Dangerous Drug Makes Comeback
Abuse of opioid drugs is bad enough, but both West Virginia and Ohio are witnessing a comeback by another illegal substance, methamphetamines. Harrison County sheriff’s deputies’ experience in the early morning hours Saturday was a reminder of one key, unsettling difference between the two types of drugs.
Law enforcement personnel seldom encounter dangerous resistance from someone under the influence of opioids. Methamphetamines are different.
Harrison County deputies were notified an escapee from the Eastern Ohio Correction Center, near Wintersville, might be at his girlfriend’s home in Jewett. So, at about 2 a.m. Saturday, they went to the house, where they found the man hiding in a closet. He resisted being taken back into custody. Deputies used a Taser on him — twice.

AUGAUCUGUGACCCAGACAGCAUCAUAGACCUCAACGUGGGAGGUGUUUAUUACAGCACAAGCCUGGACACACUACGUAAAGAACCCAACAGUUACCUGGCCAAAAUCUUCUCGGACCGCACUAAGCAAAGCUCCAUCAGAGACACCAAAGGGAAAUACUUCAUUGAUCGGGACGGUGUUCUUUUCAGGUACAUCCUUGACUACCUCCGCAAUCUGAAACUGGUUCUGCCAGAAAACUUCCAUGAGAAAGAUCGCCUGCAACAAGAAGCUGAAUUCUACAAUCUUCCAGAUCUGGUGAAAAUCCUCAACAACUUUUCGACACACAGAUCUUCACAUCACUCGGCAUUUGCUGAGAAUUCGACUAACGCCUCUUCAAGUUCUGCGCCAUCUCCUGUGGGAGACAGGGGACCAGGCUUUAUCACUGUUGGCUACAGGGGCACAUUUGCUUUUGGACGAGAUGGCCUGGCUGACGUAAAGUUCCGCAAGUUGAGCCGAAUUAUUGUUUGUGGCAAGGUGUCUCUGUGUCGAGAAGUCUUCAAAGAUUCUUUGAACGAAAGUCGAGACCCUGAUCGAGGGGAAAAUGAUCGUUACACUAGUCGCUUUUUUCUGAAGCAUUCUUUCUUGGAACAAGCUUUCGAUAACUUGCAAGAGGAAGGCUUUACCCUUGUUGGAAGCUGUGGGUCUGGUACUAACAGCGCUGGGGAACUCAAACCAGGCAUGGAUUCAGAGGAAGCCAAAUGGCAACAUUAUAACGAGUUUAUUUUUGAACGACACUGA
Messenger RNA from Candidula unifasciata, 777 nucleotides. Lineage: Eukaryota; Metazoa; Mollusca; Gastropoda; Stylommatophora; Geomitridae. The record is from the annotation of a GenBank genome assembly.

The jolt of electricity from a Taser stops most people right in their tracks. But the escapee, naked, fled. He ran down West Main Street in Jewett, pursued by deputies.
He had to be hit four more times by Taser prongs before he could be subdued.
Later, deputies said the man may have been under the influence of methamphetamines. That might have explained his resistance to the Taser.
People under the influence of methamphetamines can be very dangerous because of their resistance to pain and the fact the drug sometimes makes them more aggressive. That makes the drug’s resurgence a matter of enormous concern.